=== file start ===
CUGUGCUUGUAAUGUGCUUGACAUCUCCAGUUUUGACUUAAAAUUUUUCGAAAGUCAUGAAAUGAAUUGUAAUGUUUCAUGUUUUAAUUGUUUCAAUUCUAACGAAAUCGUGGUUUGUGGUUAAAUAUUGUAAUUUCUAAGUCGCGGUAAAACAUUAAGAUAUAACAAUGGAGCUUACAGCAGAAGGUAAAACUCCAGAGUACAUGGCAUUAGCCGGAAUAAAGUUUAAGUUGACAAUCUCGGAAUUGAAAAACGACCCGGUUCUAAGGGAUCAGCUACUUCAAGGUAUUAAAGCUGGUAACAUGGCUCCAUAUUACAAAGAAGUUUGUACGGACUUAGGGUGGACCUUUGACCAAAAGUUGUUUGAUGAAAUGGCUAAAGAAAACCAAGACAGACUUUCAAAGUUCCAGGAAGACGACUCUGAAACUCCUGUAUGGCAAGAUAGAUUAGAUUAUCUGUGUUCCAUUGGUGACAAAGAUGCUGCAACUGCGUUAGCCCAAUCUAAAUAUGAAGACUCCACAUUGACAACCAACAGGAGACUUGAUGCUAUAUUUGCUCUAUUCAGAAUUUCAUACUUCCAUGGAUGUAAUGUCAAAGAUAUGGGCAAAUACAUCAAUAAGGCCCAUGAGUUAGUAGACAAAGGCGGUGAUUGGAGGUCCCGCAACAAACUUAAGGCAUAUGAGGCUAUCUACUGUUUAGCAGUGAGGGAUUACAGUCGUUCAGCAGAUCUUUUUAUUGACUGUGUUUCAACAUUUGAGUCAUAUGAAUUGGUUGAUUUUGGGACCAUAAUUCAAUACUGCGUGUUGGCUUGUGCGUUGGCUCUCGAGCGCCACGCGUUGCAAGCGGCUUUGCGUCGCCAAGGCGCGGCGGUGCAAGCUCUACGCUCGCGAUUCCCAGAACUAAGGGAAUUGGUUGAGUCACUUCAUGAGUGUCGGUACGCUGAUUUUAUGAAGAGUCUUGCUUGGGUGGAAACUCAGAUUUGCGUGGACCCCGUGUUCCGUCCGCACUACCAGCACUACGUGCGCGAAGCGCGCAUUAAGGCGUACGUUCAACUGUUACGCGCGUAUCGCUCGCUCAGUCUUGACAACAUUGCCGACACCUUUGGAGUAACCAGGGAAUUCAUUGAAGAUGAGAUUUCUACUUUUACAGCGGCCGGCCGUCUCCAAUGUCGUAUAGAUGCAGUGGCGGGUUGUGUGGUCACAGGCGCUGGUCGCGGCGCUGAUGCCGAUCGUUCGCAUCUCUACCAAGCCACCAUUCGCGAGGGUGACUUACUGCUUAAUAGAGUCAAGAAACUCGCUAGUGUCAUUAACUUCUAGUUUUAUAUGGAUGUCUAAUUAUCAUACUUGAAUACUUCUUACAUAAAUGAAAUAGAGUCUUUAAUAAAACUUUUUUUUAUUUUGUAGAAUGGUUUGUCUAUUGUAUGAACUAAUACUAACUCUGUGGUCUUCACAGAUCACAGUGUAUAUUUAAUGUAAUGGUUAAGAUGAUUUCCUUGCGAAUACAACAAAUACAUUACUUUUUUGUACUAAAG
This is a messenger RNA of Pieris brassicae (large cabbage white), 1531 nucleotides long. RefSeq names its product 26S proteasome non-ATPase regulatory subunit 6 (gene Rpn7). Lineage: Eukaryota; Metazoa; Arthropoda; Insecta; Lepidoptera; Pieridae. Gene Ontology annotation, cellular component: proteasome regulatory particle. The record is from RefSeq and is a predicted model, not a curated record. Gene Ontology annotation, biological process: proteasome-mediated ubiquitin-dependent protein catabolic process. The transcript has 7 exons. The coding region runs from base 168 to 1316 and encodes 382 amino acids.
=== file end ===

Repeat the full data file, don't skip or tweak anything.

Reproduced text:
CUGUGCUUGUAAUGUGCUUGACAUCUCCAGUUUUGACUUAAAAUUUUUCGAAAGUCAUGAAAUGAAUUGUAAUGUUUCAUGUUUUAAUUGUUUCAAUUCUAACGAAAUCGUGGUUUGUGGUUAAAUAUUGUAAUUUCUAAGUCGCGGUAAAACAUUAAGAUAUAACAAUGGAGCUUACAGCAGAAGGUAAAACUCCAGAGUACAUGGCAUUAGCCGGAAUAAAGUUUAAGUUGACAAUCUCGGAAUUGAAAAACGACCCGGUUCUAAGGGAUCAGCUACUUCAAGGUAUUAAAGCUGGUAACAUGGCUCCAUAUUACAAAGAAGUUUGUACGGACUUAGGGUGGACCUUUGACCAAAAGUUGUUUGAUGAAAUGGCUAAAGAAAACCAAGACAGACUUUCAAAGUUCCAGGAAGACGACUCUGAAACUCCUGUAUGGCAAGAUAGAUUAGAUUAUCUGUGUUCCAUUGGUGACAAAGAUGCUGCAACUGCGUUAGCCCAAUCUAAAUAUGAAGACUCCACAUUGACAACCAACAGGAGACUUGAUGCUAUAUUUGCUCUAUUCAGAAUUUCAUACUUCCAUGGAUGUAAUGUCAAAGAUAUGGGCAAAUACAUCAAUAAGGCCCAUGAGUUAGUAGACAAAGGCGGUGAUUGGAGGUCCCGCAACAAACUUAAGGCAUAUGAGGCUAUCUACUGUUUAGCAGUGAGGGAUUACAGUCGUUCAGCAGAUCUUUUUAUUGACUGUGUUUCAACAUUUGAGUCAUAUGAAUUGGUUGAUUUUGGGACCAUAAUUCAAUACUGCGUGUUGGCUUGUGCGUUGGCUCUCGAGCGCCACGCGUUGCAAGCGGCUUUGCGUCGCCAAGGCGCGGCGGUGCAAGCUCUACGCUCGCGAUUCCCAGAACUAAGGGAAUUGGUUGAGUCACUUCAUGAGUGUCGGUACGCUGAUUUUAUGAAGAGUCUUGCUUGGGUGGAAACUCAGAUUUGCGUGGACCCCGUGUUCCGUCCGCACUACCAGCACUACGUGCGCGAAGCGCGCAUUAAGGCGUACGUUCAACUGUUACGCGCGUAUCGCUCGCUCAGUCUUGACAACAUUGCCGACACCUUUGGAGUAACCAGGGAAUUCAUUGAAGAUGAGAUUUCUACUUUUACAGCGGCCGGCCGUCUCCAAUGUCGUAUAGAUGCAGUGGCGGGUUGUGUGGUCACAGGCGCUGGUCGCGGCGCUGAUGCCGAUCGUUCGCAUCUCUACCAAGCCACCAUUCGCGAGGGUGACUUACUGCUUAAUAGAGUCAAGAAACUCGCUAGUGUCAUUAACUUCUAGUUUUAUAUGGAUGUCUAAUUAUCAUACUUGAAUACUUCUUACAUAAAUGAAAUAGAGUCUUUAAUAAAACUUUUUUUUAUUUUGUAGAAUGGUUUGUCUAUUGUAUGAACUAAUACUAACUCUGUGGUCUUCACAGAUCACAGUGUAUAUUUAAUGUAAUGGUUAAGAUGAUUUCCUUGCGAAUACAACAAAUACAUUACUUUUUUGUACUAAAG
This is a messenger RNA of Pieris brassicae (large cabbage white), 1531 nucleotides long. RefSeq names its product 26S proteasome non-ATPase regulatory subunit 6 (gene Rpn7). Lineage: Eukaryota; Metazoa; Arthropoda; Insecta; Lepidoptera; Pieridae. Gene Ontology annotation, cellular component: proteasome regulatory particle. The record is from RefSeq and is a predicted model, not a curated record. Gene Ontology annotation, biological process: proteasome-mediated ubiquitin-dependent protein catabolic process. The transcript has 7 exons. The coding region runs from base 168 to 1316 and encodes 382 amino acids.